Greece and the sugar market may appear to have little in common but in the past couple of months both have been subjected to the attentions of speculators and both have suffered as a result. In the case of Greece, hedge funds have bet against the country's ability to keep paying its debts by buying credit default swaps and making it more expensive for banks to insure their Greek debt. This in turn has helped push up the cost of Greece's borrowing, making a default more likely.
The actions of the speculators has exaggerated and inflamed an already bad situation, creating a vicious spiral that will enrich those betting against Greece. This risks throwing the country into turmoil, putting people out of work and impoverishing a nation. Not surprisingly, Greek leaders and other European politicians have denounced the speculators and one possible outcome is a ban on this type of short selling.
The hedge funds have defended their actions claiming they are merely helping the market discover the true price of Greece's debt. They argue that Greece is being punished for its lax attitude to fiscal control - and this is a fair point. However, there is now so much money being gambled by speculators that the supply-demand balance has been fundamentally altered and this presents serious economic dangers.
Take, for example, the sugar market. There is usually sufficient supply to meet demand for sugar except when the crop is hit by an external shock such as poor weather, which causes a sharp fall in production. That happened last year and the sugar market is currently in deficit, meaning that some producing countries are now importing sugar.
This fall in supply resulted in gradually rising prices throughout the second half of last year. Then, towards the end of 2009 and start of 2010, prices suddenly shot up as speculative money spotted an opportunity. Prices in that period rose by about 50 per cent to 30 cents (Dh1.7) per pound.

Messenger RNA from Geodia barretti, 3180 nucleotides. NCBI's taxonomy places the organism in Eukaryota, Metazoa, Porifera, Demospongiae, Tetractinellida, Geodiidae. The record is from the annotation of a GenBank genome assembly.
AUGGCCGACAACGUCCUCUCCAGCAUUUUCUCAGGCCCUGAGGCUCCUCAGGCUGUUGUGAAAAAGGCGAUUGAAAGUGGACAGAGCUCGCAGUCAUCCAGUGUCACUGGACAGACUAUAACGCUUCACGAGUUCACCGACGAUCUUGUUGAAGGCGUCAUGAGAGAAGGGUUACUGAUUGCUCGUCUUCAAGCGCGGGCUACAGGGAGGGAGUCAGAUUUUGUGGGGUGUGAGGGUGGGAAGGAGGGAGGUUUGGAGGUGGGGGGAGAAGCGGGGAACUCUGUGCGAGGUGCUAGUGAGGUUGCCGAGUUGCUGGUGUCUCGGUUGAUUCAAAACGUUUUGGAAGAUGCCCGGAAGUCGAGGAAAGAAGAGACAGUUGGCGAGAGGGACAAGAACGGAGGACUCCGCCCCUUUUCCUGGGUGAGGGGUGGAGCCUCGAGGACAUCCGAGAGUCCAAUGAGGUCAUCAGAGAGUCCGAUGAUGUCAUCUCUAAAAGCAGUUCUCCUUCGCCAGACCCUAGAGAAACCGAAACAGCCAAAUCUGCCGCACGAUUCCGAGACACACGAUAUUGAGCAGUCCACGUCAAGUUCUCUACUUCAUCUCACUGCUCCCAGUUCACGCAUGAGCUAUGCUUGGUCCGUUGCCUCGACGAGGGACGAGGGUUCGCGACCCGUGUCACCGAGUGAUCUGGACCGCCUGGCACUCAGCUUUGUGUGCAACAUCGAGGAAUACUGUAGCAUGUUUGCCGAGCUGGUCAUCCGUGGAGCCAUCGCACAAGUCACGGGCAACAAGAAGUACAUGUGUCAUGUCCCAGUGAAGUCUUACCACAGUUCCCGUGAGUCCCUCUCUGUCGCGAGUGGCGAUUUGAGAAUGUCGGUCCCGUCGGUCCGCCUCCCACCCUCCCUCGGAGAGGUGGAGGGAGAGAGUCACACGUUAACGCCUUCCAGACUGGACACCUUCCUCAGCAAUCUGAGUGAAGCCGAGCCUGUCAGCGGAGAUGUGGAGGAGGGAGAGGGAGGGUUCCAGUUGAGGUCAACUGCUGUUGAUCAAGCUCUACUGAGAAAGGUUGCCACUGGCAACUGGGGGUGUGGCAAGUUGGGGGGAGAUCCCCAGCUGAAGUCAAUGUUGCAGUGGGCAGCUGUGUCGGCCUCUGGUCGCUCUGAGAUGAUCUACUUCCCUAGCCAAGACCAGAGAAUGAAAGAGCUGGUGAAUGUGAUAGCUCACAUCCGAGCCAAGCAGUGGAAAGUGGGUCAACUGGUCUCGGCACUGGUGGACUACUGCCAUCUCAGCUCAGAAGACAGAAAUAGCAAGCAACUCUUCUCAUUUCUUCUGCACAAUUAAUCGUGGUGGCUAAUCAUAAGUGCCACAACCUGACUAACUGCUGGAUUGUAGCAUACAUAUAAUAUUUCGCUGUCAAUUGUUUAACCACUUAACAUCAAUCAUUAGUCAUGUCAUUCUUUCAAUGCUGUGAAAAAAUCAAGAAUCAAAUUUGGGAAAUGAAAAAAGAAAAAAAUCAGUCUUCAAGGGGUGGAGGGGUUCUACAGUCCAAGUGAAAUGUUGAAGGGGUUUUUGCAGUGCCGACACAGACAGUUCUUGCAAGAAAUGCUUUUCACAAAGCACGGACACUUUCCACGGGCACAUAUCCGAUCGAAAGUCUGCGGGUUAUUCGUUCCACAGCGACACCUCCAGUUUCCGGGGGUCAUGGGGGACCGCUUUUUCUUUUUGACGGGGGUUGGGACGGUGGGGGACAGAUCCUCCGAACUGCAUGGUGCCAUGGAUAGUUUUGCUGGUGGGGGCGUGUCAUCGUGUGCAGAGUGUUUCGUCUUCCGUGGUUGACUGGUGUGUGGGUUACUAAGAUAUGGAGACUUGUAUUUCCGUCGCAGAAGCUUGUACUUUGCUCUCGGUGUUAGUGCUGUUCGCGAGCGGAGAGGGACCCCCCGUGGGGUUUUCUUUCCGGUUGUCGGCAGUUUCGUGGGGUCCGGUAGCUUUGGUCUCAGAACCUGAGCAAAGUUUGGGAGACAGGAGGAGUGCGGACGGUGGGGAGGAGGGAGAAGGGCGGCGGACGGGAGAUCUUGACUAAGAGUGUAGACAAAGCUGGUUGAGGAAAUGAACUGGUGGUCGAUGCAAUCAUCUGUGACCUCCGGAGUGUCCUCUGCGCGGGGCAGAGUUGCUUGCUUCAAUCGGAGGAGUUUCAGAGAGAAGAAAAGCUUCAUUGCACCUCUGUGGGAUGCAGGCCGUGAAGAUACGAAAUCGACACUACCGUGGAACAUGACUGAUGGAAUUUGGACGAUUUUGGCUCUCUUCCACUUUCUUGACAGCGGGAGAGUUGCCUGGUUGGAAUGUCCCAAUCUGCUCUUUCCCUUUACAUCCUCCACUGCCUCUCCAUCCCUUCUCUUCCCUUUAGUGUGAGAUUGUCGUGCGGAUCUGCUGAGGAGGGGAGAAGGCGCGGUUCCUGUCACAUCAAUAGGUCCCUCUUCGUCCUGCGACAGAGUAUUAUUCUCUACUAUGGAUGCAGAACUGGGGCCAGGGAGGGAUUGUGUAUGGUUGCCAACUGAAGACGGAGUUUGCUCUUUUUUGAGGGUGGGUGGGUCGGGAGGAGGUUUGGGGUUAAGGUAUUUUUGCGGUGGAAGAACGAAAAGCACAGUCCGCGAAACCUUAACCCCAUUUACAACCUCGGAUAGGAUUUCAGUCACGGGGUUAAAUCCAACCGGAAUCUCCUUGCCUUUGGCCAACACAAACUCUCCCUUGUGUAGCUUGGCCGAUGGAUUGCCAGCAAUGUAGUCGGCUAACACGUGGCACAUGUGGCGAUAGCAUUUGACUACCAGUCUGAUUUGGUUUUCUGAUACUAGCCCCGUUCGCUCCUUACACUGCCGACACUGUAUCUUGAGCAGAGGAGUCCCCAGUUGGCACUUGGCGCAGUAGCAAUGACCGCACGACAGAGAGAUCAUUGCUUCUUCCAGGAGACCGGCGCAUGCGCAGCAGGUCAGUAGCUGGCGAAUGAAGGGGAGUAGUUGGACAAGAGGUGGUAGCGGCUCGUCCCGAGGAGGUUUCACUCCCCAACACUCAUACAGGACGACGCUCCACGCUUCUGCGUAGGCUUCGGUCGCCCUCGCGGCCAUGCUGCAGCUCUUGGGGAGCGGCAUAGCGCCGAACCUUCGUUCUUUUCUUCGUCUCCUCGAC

But a number of factors then led to an easing of the supply crunch. These included better than expected production from India and stockpile reductions in the EU. This was enough to dampen the price rise and the hot money fled, turning an ordered withdrawal into a rout. Since mid February, the price of sugar has fallen by nearly half, to 17 cents per pound.
Analysts now fear that farmers will be put off by the low price. The production shortfall will be made worse, creating the conditions for an even steeper price rise later in the year.
Two years ago, a similar cycle hit other crops and led to food riots in some countries as people went hungry because the cost of staple foods had shot up. The price of oil was also driven to a level that defied common sense by excessive flows of hot money.
When oil hit $100 a barrel at the start of 2008 there were good underlying reasons for it reaching that level but the surge towards a peak of $148 was the result of hot money coming into the market. The result was that companies in the real world were squeezed because their costs shot through the roof.
When everyone realised that the global economy was not as robust as previously thought the hot money fled and oil plunged well beyond sensible levels to under $30 a barrel. But the damage had already been done to the balance sheets of large oil consumers and many companies were short of cash just when they needed reserves to see them through the downturn.
Somehow we have ended up with commodity markets that are driven primarily by financial instruments, not real supply and demand. Derivatives designed to even out fluctuations in the real world are being used to dictate market conditions. The fundamentals have lost out to speculation and the result is increased volatility, not less.
There is now so much speculative money that we do not have price discovery but price irresponsibility as the value of commodities is driven up and then abandoned creating huge peaks and troughs.
In such an environment businessmen in the real economy cannot invest in future production or efficiencies because prices have become too uncertain. Surely the lesson of the past two years is that what masquerades as clever financial wizardry one day can become a curse the next. Investment funds should encourage growth, not feed on markets like locusts.
- The writer is the Business Correspondent with The Times of London